April Blues

Today marks the anniversary of two important milestones in the history of the  Blues- the birth in 1896 of the Reverend Gary Davis, and the death in 1983 of Muddy Waters.  I never really listened to the Blues until I met Husband. One of our first dates was at a concert by James Cotton at the University  of Manitoba.

Here is the Reverend Davis:

And here is Muddy Waters.  (Husband’s suggestion)

Here, too, is Leadbelly,  just because it is a Blues number I have always liked.

The things he sings about going on in Washington, DC are still happening!

 

Here are the lyrics in case it is hard to understand.

Lord, in a bourgeois town
It’s a bourgeois town
I got the bourgeois blues
Gonna spread the news all around
Home of the brave, land of the free
I don’t wanna be mistreated by no bourgeoisie
Lord, in a bourgeois town
Uhm, the bourgeois town
I got the bourgeois blues
Gonna spread the news all around
Well, me and my wife we were standing upstairs
We heard the white man say “I don’t want no niggers up there”
Lord, in a bourgeois town
Uhm, bourgeois town
I got the bourgeois blues
Gonna spread the news all around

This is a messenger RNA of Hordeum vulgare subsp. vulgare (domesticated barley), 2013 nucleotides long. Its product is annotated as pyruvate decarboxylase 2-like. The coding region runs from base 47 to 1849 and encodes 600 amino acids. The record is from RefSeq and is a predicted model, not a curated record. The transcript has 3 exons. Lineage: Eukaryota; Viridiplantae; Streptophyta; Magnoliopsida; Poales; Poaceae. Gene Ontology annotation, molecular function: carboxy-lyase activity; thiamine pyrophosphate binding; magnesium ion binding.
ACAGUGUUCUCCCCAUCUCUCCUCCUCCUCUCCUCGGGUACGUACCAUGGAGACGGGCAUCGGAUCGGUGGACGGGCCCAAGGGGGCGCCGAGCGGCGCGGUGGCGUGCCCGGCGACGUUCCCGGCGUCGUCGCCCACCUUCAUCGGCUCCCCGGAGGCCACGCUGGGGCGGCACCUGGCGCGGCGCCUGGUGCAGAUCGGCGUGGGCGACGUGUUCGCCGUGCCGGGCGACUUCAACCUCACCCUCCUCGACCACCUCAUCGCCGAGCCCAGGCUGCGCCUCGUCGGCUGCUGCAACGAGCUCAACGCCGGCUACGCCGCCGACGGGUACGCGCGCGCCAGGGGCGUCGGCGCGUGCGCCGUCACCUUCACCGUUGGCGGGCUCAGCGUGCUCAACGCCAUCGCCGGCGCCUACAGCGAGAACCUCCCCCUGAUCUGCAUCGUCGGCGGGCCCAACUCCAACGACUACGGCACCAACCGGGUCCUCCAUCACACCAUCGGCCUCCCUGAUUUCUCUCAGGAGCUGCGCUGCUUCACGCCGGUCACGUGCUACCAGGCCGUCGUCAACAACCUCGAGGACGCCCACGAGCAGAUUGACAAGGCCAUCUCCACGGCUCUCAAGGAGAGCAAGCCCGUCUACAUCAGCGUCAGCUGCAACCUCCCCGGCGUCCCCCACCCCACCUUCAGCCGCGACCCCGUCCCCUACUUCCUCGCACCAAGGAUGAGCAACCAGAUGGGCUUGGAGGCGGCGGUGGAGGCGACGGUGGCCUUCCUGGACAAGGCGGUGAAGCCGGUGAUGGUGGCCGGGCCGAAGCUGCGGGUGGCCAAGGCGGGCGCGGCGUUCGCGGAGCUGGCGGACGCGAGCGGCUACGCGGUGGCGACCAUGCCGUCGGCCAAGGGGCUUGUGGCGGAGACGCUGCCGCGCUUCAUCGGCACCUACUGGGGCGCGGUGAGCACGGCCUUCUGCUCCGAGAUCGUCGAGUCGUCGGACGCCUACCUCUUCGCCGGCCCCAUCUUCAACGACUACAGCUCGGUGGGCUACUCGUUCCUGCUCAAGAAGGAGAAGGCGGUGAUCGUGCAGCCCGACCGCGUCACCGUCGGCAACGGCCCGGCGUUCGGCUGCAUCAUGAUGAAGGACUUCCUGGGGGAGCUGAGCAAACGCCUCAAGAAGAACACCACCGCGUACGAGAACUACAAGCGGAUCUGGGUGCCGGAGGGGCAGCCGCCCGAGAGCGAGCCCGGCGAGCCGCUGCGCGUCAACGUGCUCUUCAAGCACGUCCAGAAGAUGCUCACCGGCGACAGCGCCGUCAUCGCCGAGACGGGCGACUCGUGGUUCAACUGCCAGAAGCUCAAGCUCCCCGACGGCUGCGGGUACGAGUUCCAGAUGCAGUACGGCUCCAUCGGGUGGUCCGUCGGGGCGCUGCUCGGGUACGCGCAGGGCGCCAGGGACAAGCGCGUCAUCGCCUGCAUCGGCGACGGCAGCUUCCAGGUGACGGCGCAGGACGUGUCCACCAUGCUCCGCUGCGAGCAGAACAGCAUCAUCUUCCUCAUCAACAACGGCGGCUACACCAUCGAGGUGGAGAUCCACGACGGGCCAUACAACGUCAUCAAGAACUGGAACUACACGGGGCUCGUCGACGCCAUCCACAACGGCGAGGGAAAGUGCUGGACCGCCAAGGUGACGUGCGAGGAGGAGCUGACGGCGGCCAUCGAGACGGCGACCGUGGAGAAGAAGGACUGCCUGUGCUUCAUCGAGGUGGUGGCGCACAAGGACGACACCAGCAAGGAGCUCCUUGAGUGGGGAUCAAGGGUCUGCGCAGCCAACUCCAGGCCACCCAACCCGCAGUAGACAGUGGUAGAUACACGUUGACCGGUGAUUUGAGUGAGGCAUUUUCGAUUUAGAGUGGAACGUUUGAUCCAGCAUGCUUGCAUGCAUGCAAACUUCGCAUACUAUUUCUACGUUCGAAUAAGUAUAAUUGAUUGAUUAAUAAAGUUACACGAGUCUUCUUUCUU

Well, them white folks in Washington they know how
To call a colored man a nigger just to see him bow
Lord, it’s a bourgeois town
Uhm, the bourgeois town
I got the bourgeois blues
Gonna spread the news all around
I tell all the colored folks to listen to me
Don’t try to find you no home in Washington, DC
‘Cause it’s a bourgeois town
Uhm, the bourgeois town
I got the bourgeois blues
Gonna spread the news all around

What are your favorite Blues numbers? Got any good Blues lyrics for Baboons this week?

30 thoughts on “April Blues”

  1. I met Gary Davis once. Several students in my guitar class got together with him on the Carleton or St Olaf campus in 1967. All I remember of that moment was a story Davis told about a time he was fooling around with a woman and her husband came home unexpectedly. He went out a window, something he described as “sitting on the ground from a second-story window.”

    Liked by 4 people